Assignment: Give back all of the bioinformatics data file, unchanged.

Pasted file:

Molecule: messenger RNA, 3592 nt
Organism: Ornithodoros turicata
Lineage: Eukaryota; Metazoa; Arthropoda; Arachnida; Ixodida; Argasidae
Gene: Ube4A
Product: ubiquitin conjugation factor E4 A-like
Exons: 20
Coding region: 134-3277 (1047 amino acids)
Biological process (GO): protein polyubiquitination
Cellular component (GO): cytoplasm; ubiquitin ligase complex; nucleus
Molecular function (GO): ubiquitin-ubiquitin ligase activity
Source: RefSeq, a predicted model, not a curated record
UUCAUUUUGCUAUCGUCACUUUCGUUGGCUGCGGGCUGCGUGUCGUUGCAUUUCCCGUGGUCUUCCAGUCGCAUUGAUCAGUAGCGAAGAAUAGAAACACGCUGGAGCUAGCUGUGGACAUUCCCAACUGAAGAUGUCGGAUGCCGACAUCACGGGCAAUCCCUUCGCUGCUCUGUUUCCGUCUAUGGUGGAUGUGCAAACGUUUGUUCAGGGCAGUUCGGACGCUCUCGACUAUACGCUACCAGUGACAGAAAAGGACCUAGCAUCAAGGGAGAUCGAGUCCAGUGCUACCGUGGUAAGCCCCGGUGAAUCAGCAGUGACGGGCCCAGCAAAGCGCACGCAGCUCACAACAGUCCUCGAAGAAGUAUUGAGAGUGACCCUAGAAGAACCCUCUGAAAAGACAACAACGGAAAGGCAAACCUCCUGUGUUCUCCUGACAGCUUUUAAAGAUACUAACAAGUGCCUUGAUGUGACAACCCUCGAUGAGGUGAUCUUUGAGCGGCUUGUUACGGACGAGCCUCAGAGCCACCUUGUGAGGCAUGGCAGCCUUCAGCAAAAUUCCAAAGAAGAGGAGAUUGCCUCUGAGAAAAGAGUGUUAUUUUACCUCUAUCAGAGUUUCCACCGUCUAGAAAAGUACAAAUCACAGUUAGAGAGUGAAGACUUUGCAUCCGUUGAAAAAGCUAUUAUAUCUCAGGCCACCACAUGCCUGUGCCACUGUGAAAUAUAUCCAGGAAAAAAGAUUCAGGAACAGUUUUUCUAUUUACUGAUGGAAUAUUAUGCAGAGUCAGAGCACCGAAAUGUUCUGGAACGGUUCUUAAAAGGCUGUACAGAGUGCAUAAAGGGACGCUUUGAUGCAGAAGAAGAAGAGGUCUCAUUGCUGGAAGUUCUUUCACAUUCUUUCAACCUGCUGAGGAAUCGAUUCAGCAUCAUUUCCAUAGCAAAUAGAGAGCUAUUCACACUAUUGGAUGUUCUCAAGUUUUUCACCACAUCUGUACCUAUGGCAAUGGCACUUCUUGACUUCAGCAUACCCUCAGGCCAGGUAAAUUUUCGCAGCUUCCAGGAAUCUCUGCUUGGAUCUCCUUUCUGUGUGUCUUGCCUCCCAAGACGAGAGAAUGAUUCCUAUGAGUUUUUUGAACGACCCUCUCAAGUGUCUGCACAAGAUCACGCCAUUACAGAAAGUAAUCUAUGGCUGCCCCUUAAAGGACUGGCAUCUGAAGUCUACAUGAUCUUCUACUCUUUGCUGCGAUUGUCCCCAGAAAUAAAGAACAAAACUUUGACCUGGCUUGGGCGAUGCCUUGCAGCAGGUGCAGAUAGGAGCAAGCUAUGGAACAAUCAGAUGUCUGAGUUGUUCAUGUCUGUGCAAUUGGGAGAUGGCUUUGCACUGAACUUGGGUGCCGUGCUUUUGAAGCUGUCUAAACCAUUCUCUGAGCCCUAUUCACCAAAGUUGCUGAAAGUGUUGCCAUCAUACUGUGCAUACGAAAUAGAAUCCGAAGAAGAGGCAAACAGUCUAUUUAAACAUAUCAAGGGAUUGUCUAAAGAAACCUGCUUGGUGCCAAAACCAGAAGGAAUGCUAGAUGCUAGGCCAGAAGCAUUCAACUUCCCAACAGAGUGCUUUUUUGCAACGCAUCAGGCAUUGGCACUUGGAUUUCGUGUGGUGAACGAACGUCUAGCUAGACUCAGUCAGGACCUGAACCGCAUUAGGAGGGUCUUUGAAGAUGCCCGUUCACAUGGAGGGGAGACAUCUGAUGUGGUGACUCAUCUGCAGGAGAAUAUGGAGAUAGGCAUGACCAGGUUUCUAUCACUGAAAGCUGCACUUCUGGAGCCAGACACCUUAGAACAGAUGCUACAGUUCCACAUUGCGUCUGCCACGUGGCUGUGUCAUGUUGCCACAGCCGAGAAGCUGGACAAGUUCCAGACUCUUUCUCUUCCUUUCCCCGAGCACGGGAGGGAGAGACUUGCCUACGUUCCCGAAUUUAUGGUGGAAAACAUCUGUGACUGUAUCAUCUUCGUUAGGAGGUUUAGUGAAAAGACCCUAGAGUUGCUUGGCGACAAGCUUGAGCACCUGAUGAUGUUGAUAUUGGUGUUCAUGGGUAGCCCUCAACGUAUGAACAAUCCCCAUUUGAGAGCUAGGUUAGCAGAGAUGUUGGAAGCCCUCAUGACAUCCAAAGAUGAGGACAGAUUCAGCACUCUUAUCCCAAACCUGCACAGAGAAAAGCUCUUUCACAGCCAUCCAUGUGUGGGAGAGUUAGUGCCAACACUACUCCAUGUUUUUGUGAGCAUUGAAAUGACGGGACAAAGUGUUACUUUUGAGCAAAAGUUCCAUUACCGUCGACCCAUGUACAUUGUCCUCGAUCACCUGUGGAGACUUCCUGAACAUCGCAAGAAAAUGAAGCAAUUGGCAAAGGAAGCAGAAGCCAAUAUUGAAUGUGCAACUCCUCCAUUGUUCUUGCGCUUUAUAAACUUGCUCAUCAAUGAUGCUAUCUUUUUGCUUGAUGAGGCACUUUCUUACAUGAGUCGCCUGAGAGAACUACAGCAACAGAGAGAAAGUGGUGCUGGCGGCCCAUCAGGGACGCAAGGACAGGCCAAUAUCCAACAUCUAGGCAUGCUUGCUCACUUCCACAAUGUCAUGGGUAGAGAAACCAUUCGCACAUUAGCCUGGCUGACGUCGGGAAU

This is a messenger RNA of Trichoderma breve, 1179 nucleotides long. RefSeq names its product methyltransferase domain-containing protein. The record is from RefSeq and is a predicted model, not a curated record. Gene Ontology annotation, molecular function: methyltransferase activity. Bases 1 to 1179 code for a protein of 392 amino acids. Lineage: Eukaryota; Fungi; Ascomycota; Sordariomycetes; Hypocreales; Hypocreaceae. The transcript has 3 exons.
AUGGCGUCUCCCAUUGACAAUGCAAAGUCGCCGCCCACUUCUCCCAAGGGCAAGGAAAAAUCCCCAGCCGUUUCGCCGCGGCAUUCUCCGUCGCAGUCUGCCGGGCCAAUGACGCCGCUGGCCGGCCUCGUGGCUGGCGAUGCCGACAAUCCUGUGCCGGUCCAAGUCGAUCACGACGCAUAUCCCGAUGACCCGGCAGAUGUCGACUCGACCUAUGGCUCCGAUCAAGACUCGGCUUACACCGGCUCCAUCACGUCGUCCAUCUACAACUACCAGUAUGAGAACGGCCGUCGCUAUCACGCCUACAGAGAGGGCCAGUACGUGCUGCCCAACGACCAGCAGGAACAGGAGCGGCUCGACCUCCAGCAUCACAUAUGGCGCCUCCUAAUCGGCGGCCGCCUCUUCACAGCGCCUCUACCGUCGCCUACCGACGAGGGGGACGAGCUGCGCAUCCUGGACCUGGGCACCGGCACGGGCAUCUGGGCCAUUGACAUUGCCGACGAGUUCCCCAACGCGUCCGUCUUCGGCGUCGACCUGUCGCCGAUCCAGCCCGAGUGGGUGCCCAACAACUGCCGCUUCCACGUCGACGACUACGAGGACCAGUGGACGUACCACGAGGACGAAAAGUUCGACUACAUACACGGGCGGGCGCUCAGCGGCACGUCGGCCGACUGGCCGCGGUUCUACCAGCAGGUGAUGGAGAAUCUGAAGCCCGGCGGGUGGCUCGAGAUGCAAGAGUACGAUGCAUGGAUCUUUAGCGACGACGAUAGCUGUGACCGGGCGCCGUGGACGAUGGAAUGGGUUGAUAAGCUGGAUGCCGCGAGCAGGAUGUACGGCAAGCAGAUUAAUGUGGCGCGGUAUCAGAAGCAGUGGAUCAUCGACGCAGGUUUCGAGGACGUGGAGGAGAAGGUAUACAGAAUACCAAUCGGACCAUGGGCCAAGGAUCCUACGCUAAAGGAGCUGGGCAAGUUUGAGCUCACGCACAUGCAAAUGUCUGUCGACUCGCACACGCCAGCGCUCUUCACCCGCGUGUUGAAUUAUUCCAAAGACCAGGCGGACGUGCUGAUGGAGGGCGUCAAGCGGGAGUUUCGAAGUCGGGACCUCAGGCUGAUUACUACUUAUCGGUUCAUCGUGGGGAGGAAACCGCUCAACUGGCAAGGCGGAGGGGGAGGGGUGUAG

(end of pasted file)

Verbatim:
Molecule: messenger RNA, 3592 nt
Organism: Ornithodoros turicata
Lineage: Eukaryota; Metazoa; Arthropoda; Arachnida; Ixodida; Argasidae
Gene: Ube4A
Product: ubiquitin conjugation factor E4 A-like
Exons: 20
Coding region: 134-3277 (1047 amino acids)
Biological process (GO): protein polyubiquitination
Cellular component (GO): cytoplasm; ubiquitin ligase complex; nucleus
Molecular function (GO): ubiquitin-ubiquitin ligase activity
Source: RefSeq, a predicted model, not a curated record
UUCAUUUUGCUAUCGUCACUUUCGUUGGCUGCGGGCUGCGUGUCGUUGCAUUUCCCGUGGUCUUCCAGUCGCAUUGAUCAGUAGCGAAGAAUAGAAACACGCUGGAGCUAGCUGUGGACAUUCCCAACUGAAGAUGUCGGAUGCCGACAUCACGGGCAAUCCCUUCGCUGCUCUGUUUCCGUCUAUGGUGGAUGUGCAAACGUUUGUUCAGGGCAGUUCGGACGCUCUCGACUAUACGCUACCAGUGACAGAAAAGGACCUAGCAUCAAGGGAGAUCGAGUCCAGUGCUACCGUGGUAAGCCCCGGUGAAUCAGCAGUGACGGGCCCAGCAAAGCGCACGCAGCUCACAACAGUCCUCGAAGAAGUAUUGAGAGUGACCCUAGAAGAACCCUCUGAAAAGACAACAACGGAAAGGCAAACCUCCUGUGUUCUCCUGACAGCUUUUAAAGAUACUAACAAGUGCCUUGAUGUGACAACCCUCGAUGAGGUGAUCUUUGAGCGGCUUGUUACGGACGAGCCUCAGAGCCACCUUGUGAGGCAUGGCAGCCUUCAGCAAAAUUCCAAAGAAGAGGAGAUUGCCUCUGAGAAAAGAGUGUUAUUUUACCUCUAUCAGAGUUUCCACCGUCUAGAAAAGUACAAAUCACAGUUAGAGAGUGAAGACUUUGCAUCCGUUGAAAAAGCUAUUAUAUCUCAGGCCACCACAUGCCUGUGCCACUGUGAAAUAUAUCCAGGAAAAAAGAUUCAGGAACAGUUUUUCUAUUUACUGAUGGAAUAUUAUGCAGAGUCAGAGCACCGAAAUGUUCUGGAACGGUUCUUAAAAGGCUGUACAGAGUGCAUAAAGGGACGCUUUGAUGCAGAAGAAGAAGAGGUCUCAUUGCUGGAAGUUCUUUCACAUUCUUUCAACCUGCUGAGGAAUCGAUUCAGCAUCAUUUCCAUAGCAAAUAGAGAGCUAUUCACACUAUUGGAUGUUCUCAAGUUUUUCACCACAUCUGUACCUAUGGCAAUGGCACUUCUUGACUUCAGCAUACCCUCAGGCCAGGUAAAUUUUCGCAGCUUCCAGGAAUCUCUGCUUGGAUCUCCUUUCUGUGUGUCUUGCCUCCCAAGACGAGAGAAUGAUUCCUAUGAGUUUUUUGAACGACCCUCUCAAGUGUCUGCACAAGAUCACGCCAUUACAGAAAGUAAUCUAUGGCUGCCCCUUAAAGGACUGGCAUCUGAAGUCUACAUGAUCUUCUACUCUUUGCUGCGAUUGUCCCCAGAAAUAAAGAACAAAACUUUGACCUGGCUUGGGCGAUGCCUUGCAGCAGGUGCAGAUAGGAGCAAGCUAUGGAACAAUCAGAUGUCUGAGUUGUUCAUGUCUGUGCAAUUGGGAGAUGGCUUUGCACUGAACUUGGGUGCCGUGCUUUUGAAGCUGUCUAAACCAUUCUCUGAGCCCUAUUCACCAAAGUUGCUGAAAGUGUUGCCAUCAUACUGUGCAUACGAAAUAGAAUCCGAAGAAGAGGCAAACAGUCUAUUUAAACAUAUCAAGGGAUUGUCUAAAGAAACCUGCUUGGUGCCAAAACCAGAAGGAAUGCUAGAUGCUAGGCCAGAAGCAUUCAACUUCCCAACAGAGUGCUUUUUUGCAACGCAUCAGGCAUUGGCACUUGGAUUUCGUGUGGUGAACGAACGUCUAGCUAGACUCAGUCAGGACCUGAACCGCAUUAGGAGGGUCUUUGAAGAUGCCCGUUCACAUGGAGGGGAGACAUCUGAUGUGGUGACUCAUCUGCAGGAGAAUAUGGAGAUAGGCAUGACCAGGUUUCUAUCACUGAAAGCUGCACUUCUGGAGCCAGACACCUUAGAACAGAUGCUACAGUUCCACAUUGCGUCUGCCACGUGGCUGUGUCAUGUUGCCACAGCCGAGAAGCUGGACAAGUUCCAGACUCUUUCUCUUCCUUUCCCCGAGCACGGGAGGGAGAGACUUGCCUACGUUCCCGAAUUUAUGGUGGAAAACAUCUGUGACUGUAUCAUCUUCGUUAGGAGGUUUAGUGAAAAGACCCUAGAGUUGCUUGGCGACAAGCUUGAGCACCUGAUGAUGUUGAUAUUGGUGUUCAUGGGUAGCCCUCAACGUAUGAACAAUCCCCAUUUGAGAGCUAGGUUAGCAGAGAUGUUGGAAGCCCUCAUGACAUCCAAAGAUGAGGACAGAUUCAGCACUCUUAUCCCAAACCUGCACAGAGAAAAGCUCUUUCACAGCCAUCCAUGUGUGGGAGAGUUAGUGCCAACACUACUCCAUGUUUUUGUGAGCAUUGAAAUGACGGGACAAAGUGUUACUUUUGAGCAAAAGUUCCAUUACCGUCGACCCAUGUACAUUGUCCUCGAUCACCUGUGGAGACUUCCUGAACAUCGCAAGAAAAUGAAGCAAUUGGCAAAGGAAGCAGAAGCCAAUAUUGAAUGUGCAACUCCUCCAUUGUUCUUGCGCUUUAUAAACUUGCUCAUCAAUGAUGCUAUCUUUUUGCUUGAUGAGGCACUUUCUUACAUGAGUCGCCUGAGAGAACUACAGCAACAGAGAGAAAGUGGUGCUGGCGGCCCAUCAGGGACGCAAGGACAGGCCAAUAUCCAACAUCUAGGCAUGCUUGCUCACUUCCACAAUGUCAUGGGUAGAGAAACCAUUCGCACAUUAGCCUGGCUGACGUCGGGAAU

This is a messenger RNA of Trichoderma breve, 1179 nucleotides long. RefSeq names its product methyltransferase domain-containing protein. The record is from RefSeq and is a predicted model, not a curated record. Gene Ontology annotation, molecular function: methyltransferase activity. Bases 1 to 1179 code for a protein of 392 amino acids. Lineage: Eukaryota; Fungi; Ascomycota; Sordariomycetes; Hypocreales; Hypocreaceae. The transcript has 3 exons.
AUGGCGUCUCCCAUUGACAAUGCAAAGUCGCCGCCCACUUCUCCCAAGGGCAAGGAAAAAUCCCCAGCCGUUUCGCCGCGGCAUUCUCCGUCGCAGUCUGCCGGGCCAAUGACGCCGCUGGCCGGCCUCGUGGCUGGCGAUGCCGACAAUCCUGUGCCGGUCCAAGUCGAUCACGACGCAUAUCCCGAUGACCCGGCAGAUGUCGACUCGACCUAUGGCUCCGAUCAAGACUCGGCUUACACCGGCUCCAUCACGUCGUCCAUCUACAACUACCAGUAUGAGAACGGCCGUCGCUAUCACGCCUACAGAGAGGGCCAGUACGUGCUGCCCAACGACCAGCAGGAACAGGAGCGGCUCGACCUCCAGCAUCACAUAUGGCGCCUCCUAAUCGGCGGCCGCCUCUUCACAGCGCCUCUACCGUCGCCUACCGACGAGGGGGACGAGCUGCGCAUCCUGGACCUGGGCACCGGCACGGGCAUCUGGGCCAUUGACAUUGCCGACGAGUUCCCCAACGCGUCCGUCUUCGGCGUCGACCUGUCGCCGAUCCAGCCCGAGUGGGUGCCCAACAACUGCCGCUUCCACGUCGACGACUACGAGGACCAGUGGACGUACCACGAGGACGAAAAGUUCGACUACAUACACGGGCGGGCGCUCAGCGGCACGUCGGCCGACUGGCCGCGGUUCUACCAGCAGGUGAUGGAGAAUCUGAAGCCCGGCGGGUGGCUCGAGAUGCAAGAGUACGAUGCAUGGAUCUUUAGCGACGACGAUAGCUGUGACCGGGCGCCGUGGACGAUGGAAUGGGUUGAUAAGCUGGAUGCCGCGAGCAGGAUGUACGGCAAGCAGAUUAAUGUGGCGCGGUAUCAGAAGCAGUGGAUCAUCGACGCAGGUUUCGAGGACGUGGAGGAGAAGGUAUACAGAAUACCAAUCGGACCAUGGGCCAAGGAUCCUACGCUAAAGGAGCUGGGCAAGUUUGAGCUCACGCACAUGCAAAUGUCUGUCGACUCGCACACGCCAGCGCUCUUCACCCGCGUGUUGAAUUAUUCCAAAGACCAGGCGGACGUGCUGAUGGAGGGCGUCAAGCGGGAGUUUCGAAGUCGGGACCUCAGGCUGAUUACUACUUAUCGGUUCAUCGUGGGGAGGAAACCGCUCAACUGGCAAGGCGGAGGGGGAGGGGUGUAG